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A & P: The Story of the Great Atlantic and Pacific Tea Company (NJ) (Images of America) Paperback – October 6, 2002
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Reading this book gives a warm and tingly feeling that a supermarket operator can provide the best possible fresh food at value pricing, helping the farmer get top dollar during depressed economic times, eliminating the middleman, and bring low prices to the far corners of the U.S.
From its birth in 1859 to today, A&P, while still operating ;in 9 states and the District of Columbia,from Louisiana to Connecticut, has its roots firmly embedded in innovation and quality. So many of us have enjoyed Eight O'clock coffee with our A&P Spanish Bar cake. So many of us have eaten fine A&P products as a child or had our Mother serve us Sunnyfield cereals, fresh Sunnybrook butter on Jane Parker toasted bread, spread with Ann Page fine jellies and presereves.
With over 4,000 supermarkets spanning America, it forever changed the landscape of America in a positive way. The Colonial stores of the 1960's have been recycled into some of the best looking post offices and service businesses today.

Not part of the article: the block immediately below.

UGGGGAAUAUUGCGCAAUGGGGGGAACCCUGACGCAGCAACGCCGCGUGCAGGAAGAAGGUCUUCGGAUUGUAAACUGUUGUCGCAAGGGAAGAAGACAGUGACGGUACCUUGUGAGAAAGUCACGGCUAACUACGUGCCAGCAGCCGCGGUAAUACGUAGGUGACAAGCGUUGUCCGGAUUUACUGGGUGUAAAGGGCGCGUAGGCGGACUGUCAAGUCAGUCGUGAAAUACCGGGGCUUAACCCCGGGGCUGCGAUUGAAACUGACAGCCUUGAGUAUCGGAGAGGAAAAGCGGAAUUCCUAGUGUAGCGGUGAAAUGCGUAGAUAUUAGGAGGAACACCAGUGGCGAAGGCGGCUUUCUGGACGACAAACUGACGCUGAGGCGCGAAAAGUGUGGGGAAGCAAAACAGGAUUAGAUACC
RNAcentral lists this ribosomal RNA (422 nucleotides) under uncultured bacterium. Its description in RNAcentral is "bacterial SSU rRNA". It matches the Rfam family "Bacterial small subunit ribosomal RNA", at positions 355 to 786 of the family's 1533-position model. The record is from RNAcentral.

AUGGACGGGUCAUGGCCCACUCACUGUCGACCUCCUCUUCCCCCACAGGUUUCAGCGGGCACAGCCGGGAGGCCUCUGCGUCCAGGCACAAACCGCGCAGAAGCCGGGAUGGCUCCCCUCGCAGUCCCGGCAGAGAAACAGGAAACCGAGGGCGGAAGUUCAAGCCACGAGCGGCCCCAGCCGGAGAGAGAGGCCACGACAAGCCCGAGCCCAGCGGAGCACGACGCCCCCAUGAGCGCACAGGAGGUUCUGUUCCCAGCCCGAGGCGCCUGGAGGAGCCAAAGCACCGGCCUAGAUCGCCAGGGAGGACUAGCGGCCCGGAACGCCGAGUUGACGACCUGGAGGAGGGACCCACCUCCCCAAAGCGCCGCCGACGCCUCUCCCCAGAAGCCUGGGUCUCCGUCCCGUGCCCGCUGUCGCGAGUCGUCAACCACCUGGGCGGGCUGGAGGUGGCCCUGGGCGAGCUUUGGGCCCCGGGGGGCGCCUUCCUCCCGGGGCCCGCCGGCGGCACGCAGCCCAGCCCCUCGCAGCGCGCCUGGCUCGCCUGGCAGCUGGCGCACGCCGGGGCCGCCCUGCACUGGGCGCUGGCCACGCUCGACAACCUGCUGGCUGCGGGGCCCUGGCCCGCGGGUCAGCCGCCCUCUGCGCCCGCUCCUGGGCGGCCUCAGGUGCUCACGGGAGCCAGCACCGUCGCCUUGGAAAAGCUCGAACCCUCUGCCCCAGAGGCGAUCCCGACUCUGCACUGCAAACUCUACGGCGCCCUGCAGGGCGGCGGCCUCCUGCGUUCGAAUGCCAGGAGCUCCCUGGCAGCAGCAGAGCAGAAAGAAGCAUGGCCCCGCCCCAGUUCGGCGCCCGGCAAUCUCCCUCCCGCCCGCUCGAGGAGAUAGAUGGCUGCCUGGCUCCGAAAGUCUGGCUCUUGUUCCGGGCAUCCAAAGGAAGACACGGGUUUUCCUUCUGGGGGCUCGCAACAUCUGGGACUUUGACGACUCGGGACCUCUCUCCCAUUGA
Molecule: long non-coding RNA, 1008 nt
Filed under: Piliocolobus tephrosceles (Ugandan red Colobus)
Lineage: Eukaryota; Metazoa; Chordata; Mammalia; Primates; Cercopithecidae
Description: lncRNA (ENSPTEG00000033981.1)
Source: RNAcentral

This book recounts that and many more episodes from a fine company that lives on today with fresh thinking.
This book, part of the "Images of America" series, covers the famous "A&P", once the largest food retailer in the world. It's a pictorial story of a company that, like Sears Robuck of the same era, offered the customer a high quality product at a reasonable price - unlike today's "Wallie World" which offers the customer abysmal quality products for an equally low price.
There are a great many photos of the company's founding and early years and a good many from the era of A&P's decline and fall. However, there are relatively few from the glory days of the company from the 50's to the early 70's when my father worked for them. This seems odd to me since there is certainly more pictorial material to choose from during this time period than the early days and, after all, this was the period of A&P's greatest expansion and market share.
If you are looking for images of the founding days and formative years, this might interest you. However, for me, this book left out a large part of the story. Only three-stars.
I was really hoping for more of a focus on the stores themselves, their products, and the ephemera associated with it. This one isn't a purchase - see if your library has a copy to flip through.